Production of siderophore by coagulase-negative staphylococci and its relation to virulence

  • J. A. Lindsay
  • T. V. Riley
  • B. J. Mee


The ability to produce siderophore is considered to be a virulence factor for many pathogenic bacteria. To determine if siderophore production by coagulase-negative staphylococci (CNS) was related to virulence, 40 clinical isolates of CNS cultured from peritoneal dialysis fluid were compared with 38 commensal skin isolates. Siderophore activity was detected using the chrome azurol S liquid assay. Using precursor studies,Staphylococcus epidermidis isolates were shown to be more likely to produce the siderophore staphyloferrin A. Production of staphyloferrin B amongst non-Staphylococcus epidermidis species was associated with clinical isolates rather than commensal isolates, and therefore may play a role in pathogenicity.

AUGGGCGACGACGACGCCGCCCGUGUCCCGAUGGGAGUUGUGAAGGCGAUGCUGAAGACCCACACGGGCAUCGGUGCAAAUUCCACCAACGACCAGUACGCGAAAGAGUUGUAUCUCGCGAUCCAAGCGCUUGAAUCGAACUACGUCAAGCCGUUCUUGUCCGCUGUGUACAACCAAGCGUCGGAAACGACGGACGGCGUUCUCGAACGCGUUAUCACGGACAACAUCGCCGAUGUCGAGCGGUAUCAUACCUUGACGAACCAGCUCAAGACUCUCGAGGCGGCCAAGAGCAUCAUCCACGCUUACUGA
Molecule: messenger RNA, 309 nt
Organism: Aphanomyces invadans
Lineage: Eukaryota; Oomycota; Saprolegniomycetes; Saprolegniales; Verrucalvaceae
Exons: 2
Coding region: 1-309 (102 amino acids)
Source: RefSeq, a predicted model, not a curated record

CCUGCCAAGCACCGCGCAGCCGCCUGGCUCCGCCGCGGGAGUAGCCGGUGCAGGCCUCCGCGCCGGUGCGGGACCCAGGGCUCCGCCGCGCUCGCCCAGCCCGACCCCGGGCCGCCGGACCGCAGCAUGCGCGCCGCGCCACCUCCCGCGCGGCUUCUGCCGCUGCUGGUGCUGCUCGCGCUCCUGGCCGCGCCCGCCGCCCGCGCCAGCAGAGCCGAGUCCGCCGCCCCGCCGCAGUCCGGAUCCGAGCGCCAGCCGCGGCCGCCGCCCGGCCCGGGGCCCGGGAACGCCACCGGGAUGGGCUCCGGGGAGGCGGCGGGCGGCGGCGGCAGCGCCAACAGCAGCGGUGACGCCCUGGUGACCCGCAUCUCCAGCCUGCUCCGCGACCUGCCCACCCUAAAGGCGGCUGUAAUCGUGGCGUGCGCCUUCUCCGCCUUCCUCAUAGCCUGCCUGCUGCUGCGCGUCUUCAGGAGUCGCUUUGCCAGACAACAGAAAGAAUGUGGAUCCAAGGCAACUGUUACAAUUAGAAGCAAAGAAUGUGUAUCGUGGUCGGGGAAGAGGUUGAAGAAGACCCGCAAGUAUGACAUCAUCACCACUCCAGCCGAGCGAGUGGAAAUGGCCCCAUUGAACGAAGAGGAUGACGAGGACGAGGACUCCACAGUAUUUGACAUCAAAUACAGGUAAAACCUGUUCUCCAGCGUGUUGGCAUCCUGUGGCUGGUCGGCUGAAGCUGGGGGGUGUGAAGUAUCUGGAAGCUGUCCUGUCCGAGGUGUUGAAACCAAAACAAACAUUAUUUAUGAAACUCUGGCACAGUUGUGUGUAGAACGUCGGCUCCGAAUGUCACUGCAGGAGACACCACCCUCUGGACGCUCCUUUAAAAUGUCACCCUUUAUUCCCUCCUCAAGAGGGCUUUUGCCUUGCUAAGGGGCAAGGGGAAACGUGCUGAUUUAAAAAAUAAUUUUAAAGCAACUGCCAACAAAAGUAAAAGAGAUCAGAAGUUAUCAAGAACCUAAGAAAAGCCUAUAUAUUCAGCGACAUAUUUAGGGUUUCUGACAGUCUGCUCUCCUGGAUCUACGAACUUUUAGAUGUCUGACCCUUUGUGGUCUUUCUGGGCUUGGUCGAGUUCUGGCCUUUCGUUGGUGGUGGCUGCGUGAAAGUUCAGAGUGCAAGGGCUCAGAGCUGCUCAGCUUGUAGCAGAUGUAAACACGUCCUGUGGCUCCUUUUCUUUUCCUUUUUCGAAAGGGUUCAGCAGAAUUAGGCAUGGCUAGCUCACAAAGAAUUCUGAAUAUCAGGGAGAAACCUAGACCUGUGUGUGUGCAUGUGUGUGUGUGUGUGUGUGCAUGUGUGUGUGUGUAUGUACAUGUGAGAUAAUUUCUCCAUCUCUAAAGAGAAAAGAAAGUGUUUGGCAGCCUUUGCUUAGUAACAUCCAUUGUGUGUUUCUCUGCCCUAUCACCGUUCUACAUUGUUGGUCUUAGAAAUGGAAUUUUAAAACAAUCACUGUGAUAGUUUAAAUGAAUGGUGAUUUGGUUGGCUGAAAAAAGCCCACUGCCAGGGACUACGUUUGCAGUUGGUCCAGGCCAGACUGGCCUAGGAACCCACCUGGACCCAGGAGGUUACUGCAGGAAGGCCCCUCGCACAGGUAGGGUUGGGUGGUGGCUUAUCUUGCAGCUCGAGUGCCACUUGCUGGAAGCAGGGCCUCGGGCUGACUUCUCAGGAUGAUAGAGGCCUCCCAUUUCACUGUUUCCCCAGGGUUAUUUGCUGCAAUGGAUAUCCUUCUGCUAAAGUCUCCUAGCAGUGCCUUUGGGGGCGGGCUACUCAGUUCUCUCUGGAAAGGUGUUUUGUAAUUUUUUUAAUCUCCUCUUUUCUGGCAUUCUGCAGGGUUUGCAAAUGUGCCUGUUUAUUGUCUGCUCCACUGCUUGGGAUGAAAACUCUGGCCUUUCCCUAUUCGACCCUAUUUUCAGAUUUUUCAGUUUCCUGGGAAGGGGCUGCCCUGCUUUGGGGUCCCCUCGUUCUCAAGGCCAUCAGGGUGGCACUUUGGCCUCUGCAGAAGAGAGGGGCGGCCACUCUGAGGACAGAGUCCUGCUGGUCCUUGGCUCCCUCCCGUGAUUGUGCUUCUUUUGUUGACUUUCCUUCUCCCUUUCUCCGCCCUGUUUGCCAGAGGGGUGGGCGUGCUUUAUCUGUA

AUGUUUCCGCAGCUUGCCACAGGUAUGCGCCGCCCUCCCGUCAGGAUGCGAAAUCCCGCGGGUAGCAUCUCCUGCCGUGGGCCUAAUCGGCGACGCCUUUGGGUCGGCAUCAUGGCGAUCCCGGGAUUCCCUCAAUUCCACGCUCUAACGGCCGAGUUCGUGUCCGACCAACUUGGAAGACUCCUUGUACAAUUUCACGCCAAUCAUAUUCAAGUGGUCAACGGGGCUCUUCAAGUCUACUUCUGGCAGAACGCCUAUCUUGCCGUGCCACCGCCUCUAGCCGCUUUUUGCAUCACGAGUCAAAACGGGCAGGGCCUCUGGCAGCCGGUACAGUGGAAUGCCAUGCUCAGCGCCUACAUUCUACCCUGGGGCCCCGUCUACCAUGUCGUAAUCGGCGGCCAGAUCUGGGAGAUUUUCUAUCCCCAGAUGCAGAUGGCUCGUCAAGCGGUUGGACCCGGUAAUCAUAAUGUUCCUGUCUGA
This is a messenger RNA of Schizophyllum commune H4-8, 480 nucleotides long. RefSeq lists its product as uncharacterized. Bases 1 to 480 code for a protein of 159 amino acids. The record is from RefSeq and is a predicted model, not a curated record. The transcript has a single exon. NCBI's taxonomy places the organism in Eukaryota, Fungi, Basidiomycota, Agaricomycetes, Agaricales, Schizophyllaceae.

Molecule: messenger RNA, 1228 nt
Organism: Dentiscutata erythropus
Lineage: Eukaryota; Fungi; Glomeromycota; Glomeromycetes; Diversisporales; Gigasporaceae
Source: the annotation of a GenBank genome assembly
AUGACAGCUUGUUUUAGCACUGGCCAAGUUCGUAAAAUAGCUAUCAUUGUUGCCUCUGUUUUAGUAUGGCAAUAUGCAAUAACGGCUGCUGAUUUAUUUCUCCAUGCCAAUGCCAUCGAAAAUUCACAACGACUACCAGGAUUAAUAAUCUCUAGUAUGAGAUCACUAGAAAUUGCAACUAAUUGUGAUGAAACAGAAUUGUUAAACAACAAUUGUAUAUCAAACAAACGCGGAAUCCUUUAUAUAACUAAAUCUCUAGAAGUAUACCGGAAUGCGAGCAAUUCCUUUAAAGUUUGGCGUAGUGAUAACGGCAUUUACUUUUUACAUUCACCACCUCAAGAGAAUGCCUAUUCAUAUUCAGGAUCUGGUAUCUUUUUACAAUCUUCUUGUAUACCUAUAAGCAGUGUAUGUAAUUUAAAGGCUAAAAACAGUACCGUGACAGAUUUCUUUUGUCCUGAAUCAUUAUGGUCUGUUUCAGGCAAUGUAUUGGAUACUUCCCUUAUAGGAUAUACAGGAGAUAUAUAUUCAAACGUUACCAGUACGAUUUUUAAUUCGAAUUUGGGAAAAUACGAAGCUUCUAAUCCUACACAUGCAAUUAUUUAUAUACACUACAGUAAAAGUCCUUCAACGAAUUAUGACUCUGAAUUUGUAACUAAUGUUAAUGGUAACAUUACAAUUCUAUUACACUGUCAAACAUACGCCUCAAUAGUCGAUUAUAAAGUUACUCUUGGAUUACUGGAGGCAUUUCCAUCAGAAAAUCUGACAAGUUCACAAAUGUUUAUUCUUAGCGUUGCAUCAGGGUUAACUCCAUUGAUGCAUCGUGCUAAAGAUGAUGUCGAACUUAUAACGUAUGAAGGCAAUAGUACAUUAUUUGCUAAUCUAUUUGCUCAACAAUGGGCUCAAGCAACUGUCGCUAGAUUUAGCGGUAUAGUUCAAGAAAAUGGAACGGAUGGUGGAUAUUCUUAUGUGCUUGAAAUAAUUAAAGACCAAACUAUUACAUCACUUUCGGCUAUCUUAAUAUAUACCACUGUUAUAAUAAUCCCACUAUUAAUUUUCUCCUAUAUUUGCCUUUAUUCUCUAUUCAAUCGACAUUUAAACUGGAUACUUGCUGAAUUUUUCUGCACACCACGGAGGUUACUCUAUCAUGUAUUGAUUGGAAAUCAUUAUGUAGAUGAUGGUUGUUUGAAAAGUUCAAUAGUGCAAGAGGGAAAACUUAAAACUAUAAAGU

Internal Medicine Chrome Peritoneal Dialysis Virulence Factor Clinical Isolate 
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Copyright information

© Friedr. Vieweg & Sohn Verlagsgesellschaft mbH 1994

Authors and Affiliations

  • J. A. Lindsay
    • 1
  • T. V. Riley
    • 2
  • B. J. Mee
    • 1
  1. 1.Department of MicrobiologyUniversity of Western Australia, Queen Elizabeth II Medical CentreNedlandsAustralia
  2. 2.Department of Clinical MicrobiologySir Charles Gairdner Hospital, Queen Elizabeth II Medical CentreNedlandsAustralia

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